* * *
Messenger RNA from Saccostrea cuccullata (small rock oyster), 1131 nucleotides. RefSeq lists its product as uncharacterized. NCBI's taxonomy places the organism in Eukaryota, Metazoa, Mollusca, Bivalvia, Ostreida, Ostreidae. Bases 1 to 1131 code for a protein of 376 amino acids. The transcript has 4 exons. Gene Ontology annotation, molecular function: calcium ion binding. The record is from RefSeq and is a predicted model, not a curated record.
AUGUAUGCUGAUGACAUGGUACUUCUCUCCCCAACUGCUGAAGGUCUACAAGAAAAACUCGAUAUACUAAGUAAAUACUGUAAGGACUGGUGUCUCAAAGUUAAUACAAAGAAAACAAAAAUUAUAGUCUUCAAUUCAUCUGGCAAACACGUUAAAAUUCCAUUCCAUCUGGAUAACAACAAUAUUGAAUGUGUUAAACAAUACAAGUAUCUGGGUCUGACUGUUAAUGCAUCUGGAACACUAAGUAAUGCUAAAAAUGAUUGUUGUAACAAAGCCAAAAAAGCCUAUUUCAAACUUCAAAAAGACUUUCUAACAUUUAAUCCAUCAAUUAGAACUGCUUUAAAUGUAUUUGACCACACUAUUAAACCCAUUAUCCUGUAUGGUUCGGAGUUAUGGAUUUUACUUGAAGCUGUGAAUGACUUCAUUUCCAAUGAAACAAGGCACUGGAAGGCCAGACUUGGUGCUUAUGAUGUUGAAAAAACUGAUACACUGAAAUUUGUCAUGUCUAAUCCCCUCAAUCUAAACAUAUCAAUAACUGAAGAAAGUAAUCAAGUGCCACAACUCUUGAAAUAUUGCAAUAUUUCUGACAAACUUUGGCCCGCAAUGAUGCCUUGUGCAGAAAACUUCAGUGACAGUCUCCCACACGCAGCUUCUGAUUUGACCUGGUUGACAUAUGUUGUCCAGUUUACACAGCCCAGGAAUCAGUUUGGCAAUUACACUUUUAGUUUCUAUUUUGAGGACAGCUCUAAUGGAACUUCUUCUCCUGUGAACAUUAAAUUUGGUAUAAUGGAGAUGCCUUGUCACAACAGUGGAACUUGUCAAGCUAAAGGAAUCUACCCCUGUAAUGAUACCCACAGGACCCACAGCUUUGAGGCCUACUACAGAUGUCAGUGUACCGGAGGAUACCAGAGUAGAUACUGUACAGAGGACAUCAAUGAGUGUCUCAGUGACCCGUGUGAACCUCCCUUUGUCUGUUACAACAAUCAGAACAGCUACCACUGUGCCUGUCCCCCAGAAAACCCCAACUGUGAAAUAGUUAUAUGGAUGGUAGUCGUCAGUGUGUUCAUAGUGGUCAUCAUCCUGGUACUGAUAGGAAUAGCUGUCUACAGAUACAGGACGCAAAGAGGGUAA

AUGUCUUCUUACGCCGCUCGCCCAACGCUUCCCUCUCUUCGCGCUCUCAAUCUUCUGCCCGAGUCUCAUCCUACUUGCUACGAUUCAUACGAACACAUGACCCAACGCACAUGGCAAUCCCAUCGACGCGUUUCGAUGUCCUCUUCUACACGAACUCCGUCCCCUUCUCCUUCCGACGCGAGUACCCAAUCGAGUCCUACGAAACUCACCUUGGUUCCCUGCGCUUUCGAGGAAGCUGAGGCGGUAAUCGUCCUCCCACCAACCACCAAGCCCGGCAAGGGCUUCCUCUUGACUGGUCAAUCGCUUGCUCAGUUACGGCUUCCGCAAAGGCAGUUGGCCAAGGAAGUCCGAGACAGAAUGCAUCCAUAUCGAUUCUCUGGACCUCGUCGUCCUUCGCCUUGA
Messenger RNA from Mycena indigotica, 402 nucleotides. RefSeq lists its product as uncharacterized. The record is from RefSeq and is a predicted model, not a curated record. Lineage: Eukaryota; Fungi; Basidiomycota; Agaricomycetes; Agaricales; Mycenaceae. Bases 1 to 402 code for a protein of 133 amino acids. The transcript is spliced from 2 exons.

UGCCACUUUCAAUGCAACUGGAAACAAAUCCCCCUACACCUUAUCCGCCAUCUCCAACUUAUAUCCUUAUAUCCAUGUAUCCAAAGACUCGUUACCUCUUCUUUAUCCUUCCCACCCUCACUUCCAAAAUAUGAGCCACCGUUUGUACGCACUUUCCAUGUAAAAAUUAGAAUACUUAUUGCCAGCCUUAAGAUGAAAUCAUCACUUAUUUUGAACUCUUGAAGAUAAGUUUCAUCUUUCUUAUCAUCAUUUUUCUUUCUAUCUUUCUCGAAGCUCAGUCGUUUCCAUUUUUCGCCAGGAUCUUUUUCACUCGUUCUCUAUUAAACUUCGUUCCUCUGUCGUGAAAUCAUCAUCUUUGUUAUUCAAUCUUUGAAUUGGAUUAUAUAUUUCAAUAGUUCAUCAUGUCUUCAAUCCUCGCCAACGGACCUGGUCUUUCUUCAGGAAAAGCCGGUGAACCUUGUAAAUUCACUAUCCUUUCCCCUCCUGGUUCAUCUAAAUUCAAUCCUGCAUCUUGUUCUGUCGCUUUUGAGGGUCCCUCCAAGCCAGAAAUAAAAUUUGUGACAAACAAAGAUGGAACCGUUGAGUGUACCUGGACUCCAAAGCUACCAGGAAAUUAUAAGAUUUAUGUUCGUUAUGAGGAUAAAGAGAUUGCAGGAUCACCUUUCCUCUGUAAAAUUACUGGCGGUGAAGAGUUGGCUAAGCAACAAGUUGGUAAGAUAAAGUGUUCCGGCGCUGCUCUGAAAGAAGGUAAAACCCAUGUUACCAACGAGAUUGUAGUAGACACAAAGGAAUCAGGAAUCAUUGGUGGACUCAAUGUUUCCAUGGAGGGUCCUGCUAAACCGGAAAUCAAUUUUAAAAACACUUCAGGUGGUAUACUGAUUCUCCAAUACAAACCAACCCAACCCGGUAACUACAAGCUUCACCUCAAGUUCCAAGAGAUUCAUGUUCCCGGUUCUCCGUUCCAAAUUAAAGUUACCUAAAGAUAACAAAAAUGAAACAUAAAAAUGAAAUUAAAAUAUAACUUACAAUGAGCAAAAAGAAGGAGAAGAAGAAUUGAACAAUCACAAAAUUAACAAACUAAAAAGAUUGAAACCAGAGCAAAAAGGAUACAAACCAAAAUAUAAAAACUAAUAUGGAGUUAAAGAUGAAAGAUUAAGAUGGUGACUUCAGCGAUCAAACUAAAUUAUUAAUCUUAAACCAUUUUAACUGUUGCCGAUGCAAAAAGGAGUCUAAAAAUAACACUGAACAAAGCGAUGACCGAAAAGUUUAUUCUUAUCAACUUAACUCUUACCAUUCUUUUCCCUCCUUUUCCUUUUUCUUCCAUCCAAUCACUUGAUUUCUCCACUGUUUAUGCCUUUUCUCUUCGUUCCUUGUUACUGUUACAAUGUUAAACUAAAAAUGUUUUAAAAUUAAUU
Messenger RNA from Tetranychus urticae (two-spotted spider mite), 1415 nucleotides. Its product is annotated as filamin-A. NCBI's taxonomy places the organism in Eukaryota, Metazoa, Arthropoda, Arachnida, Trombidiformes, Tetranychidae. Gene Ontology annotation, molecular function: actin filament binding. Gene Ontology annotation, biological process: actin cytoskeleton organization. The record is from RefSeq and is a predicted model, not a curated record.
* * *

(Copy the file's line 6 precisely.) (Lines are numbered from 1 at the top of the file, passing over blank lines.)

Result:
Messenger RNA from Tetranychus urticae (two-spotted spider mite), 1415 nucleotides. Its product is annotated as filamin-A. NCBI's taxonomy places the organism in Eukaryota, Metazoa, Arthropoda, Arachnida, Trombidiformes, Tetranychidae. Gene Ontology annotation, molecular function: actin filament binding. Gene Ontology annotation, biological process: actin cytoskeleton organization. The record is from RefSeq and is a predicted model, not a curated record.